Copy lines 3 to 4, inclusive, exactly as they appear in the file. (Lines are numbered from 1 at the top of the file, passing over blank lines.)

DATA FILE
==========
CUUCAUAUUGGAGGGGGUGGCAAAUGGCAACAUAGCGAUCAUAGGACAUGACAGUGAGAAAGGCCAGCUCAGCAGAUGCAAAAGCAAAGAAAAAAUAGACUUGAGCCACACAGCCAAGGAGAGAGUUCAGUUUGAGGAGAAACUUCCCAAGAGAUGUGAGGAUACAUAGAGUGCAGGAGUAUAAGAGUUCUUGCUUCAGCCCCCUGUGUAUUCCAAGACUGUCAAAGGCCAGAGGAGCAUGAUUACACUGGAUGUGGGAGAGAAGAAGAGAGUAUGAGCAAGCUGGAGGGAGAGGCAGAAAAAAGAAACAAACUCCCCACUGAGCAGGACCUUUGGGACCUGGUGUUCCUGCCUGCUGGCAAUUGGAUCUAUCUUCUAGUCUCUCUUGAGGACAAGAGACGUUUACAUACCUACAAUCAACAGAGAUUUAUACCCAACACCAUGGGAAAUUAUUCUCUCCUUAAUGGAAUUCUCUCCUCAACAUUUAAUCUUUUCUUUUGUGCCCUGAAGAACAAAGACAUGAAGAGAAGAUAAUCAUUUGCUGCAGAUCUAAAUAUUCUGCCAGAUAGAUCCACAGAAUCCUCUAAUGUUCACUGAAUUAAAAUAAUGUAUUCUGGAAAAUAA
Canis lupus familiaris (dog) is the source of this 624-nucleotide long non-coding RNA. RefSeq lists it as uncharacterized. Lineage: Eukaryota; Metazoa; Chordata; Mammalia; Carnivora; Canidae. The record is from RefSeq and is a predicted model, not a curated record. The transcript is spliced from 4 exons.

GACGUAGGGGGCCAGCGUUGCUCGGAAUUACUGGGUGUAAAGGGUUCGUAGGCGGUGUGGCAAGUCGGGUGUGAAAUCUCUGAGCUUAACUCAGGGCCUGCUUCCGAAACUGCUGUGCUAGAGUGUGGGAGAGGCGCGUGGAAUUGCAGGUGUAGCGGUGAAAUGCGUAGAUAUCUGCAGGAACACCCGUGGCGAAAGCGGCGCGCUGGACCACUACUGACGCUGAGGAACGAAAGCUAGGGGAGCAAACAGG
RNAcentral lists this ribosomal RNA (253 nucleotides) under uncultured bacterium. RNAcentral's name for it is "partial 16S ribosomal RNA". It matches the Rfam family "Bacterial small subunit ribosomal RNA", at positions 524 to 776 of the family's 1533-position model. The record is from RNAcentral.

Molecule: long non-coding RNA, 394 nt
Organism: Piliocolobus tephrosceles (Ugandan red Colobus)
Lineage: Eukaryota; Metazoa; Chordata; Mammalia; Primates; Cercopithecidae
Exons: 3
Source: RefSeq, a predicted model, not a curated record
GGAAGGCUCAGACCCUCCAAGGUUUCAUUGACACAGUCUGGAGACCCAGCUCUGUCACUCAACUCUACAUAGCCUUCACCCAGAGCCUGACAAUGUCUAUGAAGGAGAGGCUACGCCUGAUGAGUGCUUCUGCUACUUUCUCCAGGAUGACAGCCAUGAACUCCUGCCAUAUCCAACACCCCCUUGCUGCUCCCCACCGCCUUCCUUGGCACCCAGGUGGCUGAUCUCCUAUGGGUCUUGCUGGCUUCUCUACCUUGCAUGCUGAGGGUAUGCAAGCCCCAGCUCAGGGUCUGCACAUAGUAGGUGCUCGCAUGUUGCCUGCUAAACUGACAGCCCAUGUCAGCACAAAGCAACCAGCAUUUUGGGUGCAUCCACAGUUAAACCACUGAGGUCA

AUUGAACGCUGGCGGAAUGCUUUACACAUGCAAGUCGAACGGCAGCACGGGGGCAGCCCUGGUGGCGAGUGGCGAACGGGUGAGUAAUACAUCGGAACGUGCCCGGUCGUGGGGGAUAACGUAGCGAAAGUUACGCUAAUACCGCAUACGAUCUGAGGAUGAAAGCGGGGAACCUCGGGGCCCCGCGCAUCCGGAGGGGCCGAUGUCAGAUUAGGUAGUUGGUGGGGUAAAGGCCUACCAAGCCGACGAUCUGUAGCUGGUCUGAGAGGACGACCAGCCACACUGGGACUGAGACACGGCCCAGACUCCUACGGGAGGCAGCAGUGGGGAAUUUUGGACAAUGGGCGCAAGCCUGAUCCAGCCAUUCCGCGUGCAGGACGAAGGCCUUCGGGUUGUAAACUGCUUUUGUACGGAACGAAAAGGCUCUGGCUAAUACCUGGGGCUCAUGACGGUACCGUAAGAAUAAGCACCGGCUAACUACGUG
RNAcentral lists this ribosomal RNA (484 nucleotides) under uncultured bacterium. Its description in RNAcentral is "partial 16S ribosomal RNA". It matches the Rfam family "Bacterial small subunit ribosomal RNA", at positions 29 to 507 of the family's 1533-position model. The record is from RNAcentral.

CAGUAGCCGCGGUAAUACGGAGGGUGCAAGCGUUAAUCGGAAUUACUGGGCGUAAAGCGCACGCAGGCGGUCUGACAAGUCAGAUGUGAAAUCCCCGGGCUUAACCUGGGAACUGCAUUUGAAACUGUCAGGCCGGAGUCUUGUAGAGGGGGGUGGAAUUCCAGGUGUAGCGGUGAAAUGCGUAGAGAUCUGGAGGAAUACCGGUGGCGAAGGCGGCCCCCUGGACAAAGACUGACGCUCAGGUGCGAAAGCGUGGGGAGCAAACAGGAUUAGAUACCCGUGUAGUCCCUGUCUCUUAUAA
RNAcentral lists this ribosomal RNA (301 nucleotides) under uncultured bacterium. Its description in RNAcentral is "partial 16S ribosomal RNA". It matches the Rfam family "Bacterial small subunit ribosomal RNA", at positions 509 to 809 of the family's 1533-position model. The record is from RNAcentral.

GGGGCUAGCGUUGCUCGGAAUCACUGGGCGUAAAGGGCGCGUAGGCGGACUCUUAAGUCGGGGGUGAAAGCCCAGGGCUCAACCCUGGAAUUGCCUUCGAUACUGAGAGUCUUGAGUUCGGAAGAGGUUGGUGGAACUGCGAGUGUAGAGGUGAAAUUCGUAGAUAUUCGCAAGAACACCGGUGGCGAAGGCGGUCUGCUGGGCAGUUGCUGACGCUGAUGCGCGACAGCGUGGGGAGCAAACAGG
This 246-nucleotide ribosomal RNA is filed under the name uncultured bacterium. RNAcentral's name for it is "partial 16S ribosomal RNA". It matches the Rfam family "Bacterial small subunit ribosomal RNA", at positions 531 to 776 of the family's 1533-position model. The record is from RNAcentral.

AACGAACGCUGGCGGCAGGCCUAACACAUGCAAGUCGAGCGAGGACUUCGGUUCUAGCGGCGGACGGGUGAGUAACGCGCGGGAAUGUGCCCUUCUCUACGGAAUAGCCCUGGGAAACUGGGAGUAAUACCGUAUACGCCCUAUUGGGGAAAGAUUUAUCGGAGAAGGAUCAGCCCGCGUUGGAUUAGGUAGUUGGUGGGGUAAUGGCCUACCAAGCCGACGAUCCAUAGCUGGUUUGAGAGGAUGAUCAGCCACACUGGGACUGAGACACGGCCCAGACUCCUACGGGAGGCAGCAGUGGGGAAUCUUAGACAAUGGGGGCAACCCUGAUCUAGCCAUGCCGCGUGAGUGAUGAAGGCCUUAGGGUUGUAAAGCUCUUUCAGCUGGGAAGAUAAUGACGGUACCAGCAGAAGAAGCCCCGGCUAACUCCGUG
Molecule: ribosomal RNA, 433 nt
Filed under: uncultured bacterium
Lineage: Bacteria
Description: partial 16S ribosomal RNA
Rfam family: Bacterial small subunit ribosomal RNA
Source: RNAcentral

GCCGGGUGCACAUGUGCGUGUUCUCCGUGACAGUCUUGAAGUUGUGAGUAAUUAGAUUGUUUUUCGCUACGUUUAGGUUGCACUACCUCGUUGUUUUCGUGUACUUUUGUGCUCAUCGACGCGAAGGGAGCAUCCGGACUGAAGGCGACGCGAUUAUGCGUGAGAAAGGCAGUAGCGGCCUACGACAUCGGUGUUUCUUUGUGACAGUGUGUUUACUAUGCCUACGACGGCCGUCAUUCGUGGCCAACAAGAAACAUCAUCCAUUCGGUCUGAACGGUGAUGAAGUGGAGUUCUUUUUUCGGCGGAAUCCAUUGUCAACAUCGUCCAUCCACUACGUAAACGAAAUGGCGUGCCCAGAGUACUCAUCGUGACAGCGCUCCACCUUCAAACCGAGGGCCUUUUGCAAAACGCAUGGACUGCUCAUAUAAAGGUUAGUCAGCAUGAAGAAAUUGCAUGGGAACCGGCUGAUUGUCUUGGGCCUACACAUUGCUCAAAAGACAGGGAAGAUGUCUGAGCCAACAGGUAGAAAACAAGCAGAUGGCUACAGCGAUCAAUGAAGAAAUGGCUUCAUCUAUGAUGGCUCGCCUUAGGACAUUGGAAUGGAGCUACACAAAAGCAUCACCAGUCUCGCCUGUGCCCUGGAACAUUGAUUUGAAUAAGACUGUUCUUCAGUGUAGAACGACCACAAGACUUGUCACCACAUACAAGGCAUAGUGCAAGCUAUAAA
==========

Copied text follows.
GACGUAGGGGGCCAGCGUUGCUCGGAAUUACUGGGUGUAAAGGGUUCGUAGGCGGUGUGGCAAGUCGGGUGUGAAAUCUCUGAGCUUAACUCAGGGCCUGCUUCCGAAACUGCUGUGCUAGAGUGUGGGAGAGGCGCGUGGAAUUGCAGGUGUAGCGGUGAAAUGCGUAGAUAUCUGCAGGAACACCCGUGGCGAAAGCGGCGCGCUGGACCACUACUGACGCUGAGGAACGAAAGCUAGGGGAGCAAACAGG
RNAcentral lists this ribosomal RNA (253 nucleotides) under uncultured bacterium. RNAcentral's name for it is "partial 16S ribosomal RNA". It matches the Rfam family "Bacterial small subunit ribosomal RNA", at positions 524 to 776 of the family's 1533-position model. The record is from RNAcentral.